Peter Donnelly is developing and applying statistics and probability theory to understand how the human genetic code evolves and to identify what makes some people prone to certain diseases. As an expert on DNA, Peter has also extensively commented on how DNA evidence is misunderstood in criminal court cases and advised on best practice.
He has led collaborations of hundreds of scientists in analysing DNA from thousands of people. He has also made major contributions to similar international studies, including the Human Genome and HapMap projects. In addition, Peter has conducted related research into recombination — how genes from each parent ‘mix and match’ as they are passed on to their offspring.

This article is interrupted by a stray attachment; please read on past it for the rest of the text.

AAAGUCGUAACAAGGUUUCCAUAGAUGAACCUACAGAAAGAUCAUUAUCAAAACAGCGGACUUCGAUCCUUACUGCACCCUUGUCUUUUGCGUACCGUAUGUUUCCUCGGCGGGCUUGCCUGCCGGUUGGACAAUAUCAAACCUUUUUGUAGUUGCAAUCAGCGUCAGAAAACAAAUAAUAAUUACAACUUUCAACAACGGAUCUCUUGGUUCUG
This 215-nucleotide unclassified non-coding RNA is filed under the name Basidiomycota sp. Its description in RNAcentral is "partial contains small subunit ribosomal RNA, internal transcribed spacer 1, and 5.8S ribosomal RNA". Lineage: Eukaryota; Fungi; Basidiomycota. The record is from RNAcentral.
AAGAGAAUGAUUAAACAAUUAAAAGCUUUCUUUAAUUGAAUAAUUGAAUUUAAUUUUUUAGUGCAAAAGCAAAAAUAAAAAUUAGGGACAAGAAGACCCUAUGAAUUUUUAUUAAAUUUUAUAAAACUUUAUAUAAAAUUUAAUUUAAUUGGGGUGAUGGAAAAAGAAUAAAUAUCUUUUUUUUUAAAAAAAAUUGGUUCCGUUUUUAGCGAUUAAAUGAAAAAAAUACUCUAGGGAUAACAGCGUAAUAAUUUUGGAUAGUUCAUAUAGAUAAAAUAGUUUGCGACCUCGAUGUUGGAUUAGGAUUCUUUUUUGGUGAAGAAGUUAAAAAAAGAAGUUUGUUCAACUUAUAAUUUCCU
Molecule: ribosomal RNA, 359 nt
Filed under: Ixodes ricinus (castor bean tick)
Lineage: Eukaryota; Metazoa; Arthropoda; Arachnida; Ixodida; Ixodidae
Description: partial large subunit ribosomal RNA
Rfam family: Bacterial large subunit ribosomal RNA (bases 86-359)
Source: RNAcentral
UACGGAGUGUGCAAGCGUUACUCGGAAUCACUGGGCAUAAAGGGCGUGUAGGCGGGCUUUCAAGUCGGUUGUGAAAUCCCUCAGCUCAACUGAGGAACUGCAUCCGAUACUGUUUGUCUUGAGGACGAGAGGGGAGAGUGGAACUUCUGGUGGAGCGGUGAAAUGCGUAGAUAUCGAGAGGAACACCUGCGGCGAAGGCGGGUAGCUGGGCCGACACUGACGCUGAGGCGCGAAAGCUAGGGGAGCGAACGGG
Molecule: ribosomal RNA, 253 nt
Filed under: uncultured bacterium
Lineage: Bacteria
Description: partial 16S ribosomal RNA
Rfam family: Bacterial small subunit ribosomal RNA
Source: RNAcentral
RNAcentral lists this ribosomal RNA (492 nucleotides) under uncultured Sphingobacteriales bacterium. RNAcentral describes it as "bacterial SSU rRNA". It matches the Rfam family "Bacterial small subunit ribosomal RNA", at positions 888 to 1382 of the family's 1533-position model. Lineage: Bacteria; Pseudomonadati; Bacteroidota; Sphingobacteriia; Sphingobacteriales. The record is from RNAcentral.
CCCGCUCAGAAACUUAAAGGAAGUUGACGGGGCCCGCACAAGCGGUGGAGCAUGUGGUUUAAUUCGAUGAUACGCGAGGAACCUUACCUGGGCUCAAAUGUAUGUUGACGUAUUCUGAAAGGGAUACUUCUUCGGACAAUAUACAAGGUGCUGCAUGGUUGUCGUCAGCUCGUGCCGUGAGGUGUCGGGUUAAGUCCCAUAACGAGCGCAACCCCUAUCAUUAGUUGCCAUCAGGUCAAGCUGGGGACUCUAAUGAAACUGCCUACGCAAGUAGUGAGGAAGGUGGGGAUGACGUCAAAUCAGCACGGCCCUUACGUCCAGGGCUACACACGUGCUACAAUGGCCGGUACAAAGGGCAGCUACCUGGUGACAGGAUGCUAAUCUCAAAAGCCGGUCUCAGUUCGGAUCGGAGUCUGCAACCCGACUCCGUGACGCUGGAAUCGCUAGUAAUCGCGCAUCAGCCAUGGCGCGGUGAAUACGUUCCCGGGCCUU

Peter’s important work is highly regarded around the world. Amongst his many awards are the Mitchell Prize of the American Statistical Association, the Guy Medal in Silver of the Royal Statistical Society and the 2008 Weldon Memorial Prize.
Director, Wellcome Trust Centre For Human Genetics, University of Oxford
For pioneering work in the genomic revolution in human disease research, transforming the understanding of meiotic recombination, and for developing new statistical methods.